The roadblock could be your manager. You’re already up-to-speed on all of your job responsibilities. And you see that you can be doing even more. You know you’re ready to step up and take on a key project and you’ll do it on top of everything else. And it’s something that might get you noticed by senior management. But the roadblock says “Don’t worry, I’ll look after that. You just concentrate on your work. We all had to crawl before we could walk.” And you’re muttering under your breath – “yeah, but I’m not like you.”

So how do you manage these roadblocks?

Over the years I found that administrative people (Personal Assistant, Accounts Payable Clerk etc) are looking for professional respect from young professionals. They know you’ve been hired to be developed into senior management ranks. And in the rush to get there, they have seen other young professionals treat them dismissively as if their jobs are trivial. So they want to make sure you understand they’re real people and just as important.

I found the best approach is to, guess what? Treat them as real people and just as important! By that I mean taking the time to build a personal relationship, understanding their background, how long they’re been with the organization, their personal interests etc. Also to understand their job, its challenges and frustrations.

Basically, put yourself in their shoes.

I remember I had an Accounts Payable lady who had a real grudge with young professionals. Over the years she saw them coming and going. “Oh, you’re another one. How long will you stay?” Getting information from her to complete a project I was working on was frustrating. She refused to do anything until she finished all of her work. When would that be I asked? She replied “I’ll let you know.” The next day I hadn’t heard anything of course. I gave it some thought and changed my approach. I went back to her and asked how her work was going. I didn’t ask “where is my information”. From her answer, I asked more questions to learn what her work involved, taking an interest and starting to build that relationship. I could see the freeze slowly melting. I went back to my office and by the end of the day she called me to say the information was ready.

If it’s your manager who is the roadblock, I found it best to seek allies at your manager’s level. These are your manager’s peers and should be people with whom you have some involvement. It may take time to assess what they think of your manager so you can’t rush this. But if you think they see your boss as a “roadblock character”, you can start to express some frustration to them. That’s not blurting everything out at once. But do it over time. What you want is for them to become your advocate so they approach your boss, saying you should give this guy a bigger project to work on. Your boss is more likely to respond positively to their suggestion.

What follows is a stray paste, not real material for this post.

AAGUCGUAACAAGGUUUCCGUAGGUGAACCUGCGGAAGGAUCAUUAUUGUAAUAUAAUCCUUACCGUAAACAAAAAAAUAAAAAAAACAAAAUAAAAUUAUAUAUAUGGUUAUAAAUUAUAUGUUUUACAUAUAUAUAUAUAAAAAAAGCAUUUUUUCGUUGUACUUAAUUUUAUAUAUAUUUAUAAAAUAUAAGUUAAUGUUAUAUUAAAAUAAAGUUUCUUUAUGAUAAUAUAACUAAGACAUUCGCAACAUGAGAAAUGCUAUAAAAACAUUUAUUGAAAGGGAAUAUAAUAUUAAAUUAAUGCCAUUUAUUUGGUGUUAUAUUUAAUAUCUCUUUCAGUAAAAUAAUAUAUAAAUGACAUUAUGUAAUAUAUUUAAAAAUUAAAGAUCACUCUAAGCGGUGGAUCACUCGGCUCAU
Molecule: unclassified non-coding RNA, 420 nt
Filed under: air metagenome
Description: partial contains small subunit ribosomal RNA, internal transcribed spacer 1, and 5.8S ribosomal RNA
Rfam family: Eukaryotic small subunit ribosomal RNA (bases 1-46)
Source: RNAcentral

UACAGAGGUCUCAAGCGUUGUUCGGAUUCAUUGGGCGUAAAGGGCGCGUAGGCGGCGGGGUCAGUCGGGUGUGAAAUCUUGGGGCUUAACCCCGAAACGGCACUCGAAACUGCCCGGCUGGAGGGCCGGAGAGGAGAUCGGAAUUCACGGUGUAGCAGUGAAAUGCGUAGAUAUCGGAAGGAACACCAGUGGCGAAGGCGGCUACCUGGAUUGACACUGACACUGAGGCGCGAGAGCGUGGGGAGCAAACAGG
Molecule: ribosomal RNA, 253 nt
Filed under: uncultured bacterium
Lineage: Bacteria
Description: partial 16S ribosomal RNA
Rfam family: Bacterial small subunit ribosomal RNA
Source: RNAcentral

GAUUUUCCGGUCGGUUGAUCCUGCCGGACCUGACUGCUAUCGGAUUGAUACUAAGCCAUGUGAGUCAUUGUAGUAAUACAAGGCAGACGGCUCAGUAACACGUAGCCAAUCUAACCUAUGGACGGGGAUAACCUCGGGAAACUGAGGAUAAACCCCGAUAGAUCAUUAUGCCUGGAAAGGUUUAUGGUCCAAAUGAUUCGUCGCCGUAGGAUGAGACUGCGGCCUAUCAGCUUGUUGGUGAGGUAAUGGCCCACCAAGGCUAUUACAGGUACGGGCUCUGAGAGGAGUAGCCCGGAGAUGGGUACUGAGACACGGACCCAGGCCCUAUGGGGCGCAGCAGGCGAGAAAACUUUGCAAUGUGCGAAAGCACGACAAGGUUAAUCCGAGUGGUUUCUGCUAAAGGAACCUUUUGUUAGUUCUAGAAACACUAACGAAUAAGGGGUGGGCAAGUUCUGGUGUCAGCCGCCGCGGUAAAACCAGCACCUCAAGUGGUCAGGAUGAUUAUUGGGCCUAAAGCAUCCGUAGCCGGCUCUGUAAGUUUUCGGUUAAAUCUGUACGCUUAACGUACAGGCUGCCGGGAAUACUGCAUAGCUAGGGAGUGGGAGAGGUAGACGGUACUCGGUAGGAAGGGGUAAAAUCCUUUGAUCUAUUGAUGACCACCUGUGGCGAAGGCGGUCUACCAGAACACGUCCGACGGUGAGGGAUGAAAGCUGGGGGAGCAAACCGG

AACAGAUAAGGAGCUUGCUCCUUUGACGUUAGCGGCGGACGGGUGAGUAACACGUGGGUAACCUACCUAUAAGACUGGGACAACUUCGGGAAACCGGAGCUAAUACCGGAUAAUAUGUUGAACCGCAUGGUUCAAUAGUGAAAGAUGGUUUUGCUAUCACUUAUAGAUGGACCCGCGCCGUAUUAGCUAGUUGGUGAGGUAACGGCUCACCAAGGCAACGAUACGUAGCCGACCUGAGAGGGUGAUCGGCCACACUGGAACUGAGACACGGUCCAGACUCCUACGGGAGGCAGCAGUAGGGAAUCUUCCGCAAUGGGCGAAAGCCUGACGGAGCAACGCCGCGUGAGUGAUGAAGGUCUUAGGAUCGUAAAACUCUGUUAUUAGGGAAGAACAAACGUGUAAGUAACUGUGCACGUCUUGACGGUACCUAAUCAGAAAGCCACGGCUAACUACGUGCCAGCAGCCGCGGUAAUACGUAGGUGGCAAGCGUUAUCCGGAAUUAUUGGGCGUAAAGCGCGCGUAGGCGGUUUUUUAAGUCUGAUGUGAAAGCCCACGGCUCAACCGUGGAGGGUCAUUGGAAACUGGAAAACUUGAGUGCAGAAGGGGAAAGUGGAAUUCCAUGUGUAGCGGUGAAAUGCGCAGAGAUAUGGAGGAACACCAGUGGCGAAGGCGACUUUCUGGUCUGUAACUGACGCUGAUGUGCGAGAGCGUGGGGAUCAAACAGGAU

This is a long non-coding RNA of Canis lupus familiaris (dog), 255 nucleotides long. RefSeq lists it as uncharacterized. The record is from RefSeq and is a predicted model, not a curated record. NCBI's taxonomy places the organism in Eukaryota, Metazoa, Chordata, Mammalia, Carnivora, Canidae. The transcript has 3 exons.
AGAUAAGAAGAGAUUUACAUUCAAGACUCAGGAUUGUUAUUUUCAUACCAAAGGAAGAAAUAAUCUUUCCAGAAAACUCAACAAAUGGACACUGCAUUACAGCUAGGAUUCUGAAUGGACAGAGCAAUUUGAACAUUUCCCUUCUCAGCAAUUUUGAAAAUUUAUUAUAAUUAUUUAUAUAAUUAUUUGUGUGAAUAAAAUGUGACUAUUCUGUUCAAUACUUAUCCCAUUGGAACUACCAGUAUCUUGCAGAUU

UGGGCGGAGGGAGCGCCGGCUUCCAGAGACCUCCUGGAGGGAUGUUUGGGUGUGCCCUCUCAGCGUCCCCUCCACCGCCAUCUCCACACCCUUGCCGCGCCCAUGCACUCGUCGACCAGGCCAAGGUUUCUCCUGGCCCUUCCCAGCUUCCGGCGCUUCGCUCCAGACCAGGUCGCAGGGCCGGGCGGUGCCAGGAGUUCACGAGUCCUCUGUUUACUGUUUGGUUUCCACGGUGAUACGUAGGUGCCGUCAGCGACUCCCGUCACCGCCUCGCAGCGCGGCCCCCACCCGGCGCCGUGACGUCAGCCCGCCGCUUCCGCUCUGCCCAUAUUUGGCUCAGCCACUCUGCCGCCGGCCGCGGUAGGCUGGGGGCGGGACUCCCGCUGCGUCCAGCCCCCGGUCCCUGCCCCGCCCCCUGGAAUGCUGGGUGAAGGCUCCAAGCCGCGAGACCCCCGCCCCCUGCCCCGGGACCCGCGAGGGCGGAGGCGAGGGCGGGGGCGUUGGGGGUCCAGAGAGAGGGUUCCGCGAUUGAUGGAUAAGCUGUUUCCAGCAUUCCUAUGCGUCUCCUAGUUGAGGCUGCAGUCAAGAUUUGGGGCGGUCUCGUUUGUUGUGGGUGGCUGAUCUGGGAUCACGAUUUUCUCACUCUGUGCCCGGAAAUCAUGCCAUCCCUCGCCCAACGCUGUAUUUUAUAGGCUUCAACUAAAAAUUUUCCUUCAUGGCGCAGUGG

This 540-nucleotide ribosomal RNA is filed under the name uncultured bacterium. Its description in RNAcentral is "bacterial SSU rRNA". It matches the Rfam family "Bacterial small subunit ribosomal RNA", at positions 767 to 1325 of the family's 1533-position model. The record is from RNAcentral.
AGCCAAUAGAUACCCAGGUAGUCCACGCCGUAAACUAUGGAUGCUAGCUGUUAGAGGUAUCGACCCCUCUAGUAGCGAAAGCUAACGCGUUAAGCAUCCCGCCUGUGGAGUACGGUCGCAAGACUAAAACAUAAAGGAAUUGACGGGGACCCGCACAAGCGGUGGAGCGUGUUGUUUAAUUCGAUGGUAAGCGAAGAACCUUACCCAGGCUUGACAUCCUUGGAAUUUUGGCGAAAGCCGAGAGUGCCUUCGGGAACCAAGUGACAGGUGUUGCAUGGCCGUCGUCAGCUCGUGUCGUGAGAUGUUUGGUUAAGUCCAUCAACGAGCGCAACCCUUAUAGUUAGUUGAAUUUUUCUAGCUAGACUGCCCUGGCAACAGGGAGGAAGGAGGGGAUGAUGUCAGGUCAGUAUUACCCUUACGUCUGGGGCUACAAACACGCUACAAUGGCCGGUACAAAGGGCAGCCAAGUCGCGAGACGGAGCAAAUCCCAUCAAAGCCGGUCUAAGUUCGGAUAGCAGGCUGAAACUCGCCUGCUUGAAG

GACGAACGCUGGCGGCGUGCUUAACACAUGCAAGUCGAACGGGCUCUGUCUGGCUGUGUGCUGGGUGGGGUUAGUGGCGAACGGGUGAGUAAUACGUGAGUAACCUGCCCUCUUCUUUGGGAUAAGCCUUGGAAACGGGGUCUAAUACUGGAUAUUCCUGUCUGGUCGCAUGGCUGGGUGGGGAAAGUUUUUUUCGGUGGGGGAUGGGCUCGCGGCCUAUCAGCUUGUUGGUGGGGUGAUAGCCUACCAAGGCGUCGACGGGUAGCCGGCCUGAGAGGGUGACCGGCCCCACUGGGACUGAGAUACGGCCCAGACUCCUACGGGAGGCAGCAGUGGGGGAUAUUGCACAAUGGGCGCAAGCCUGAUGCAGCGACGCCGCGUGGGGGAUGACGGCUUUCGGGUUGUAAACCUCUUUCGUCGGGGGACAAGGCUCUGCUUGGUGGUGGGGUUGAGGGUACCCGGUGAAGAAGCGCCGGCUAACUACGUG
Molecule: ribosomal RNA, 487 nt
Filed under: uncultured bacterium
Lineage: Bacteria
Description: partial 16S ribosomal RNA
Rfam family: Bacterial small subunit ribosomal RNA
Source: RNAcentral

Managing roadblocks is never easy. You don’t need to convert them to be your biggest supporter. You just need to find a diplomatic way around them!

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My Boss Feels Threatened By Me

I come across this situation fairly regularly. It’s mostly from early career professionals who experience it a few months into a new job. They’re performing well and coming up with ideas and innovations. But instead of the boss embracing potential change, the response is “we don’t do those things here, or we’re tried that before and it doesn’t work”. The professional becomes frustrated and can put their head down and wait until they or the manager gets moved. Or the professional eventually quits. It’s backed up by data which shows that the direct manager is the number one reason employees leave an organisation.

I can also happen to professionals going through the job application process. A sales professional was telling me that he was frustrated that he hadn’t been successful in the jobs he’d been applying for. He told me he routinely reached the final stages. That included an interview with a senior manager, who would be his boss’s boss. In those meetings he was told he would be a great fit and a strong addition to the team. But the final decision would be made by his the manager who would be his future boss. For each role he was rejected.

We talked about it and concluded that his energy and drive was confronting to the direct manager. From what he told me it appeared that the manager was well and truly established in the business and had done all the hard work to get to the position he was in. While the manager probably didn’t want to “coast”, he’d prefer to avoid the angst of dealing with someone who would keep challenging him.

On that basis we agreed it was best that he wasn’t hired. But he still didn’t have a job. What should he do?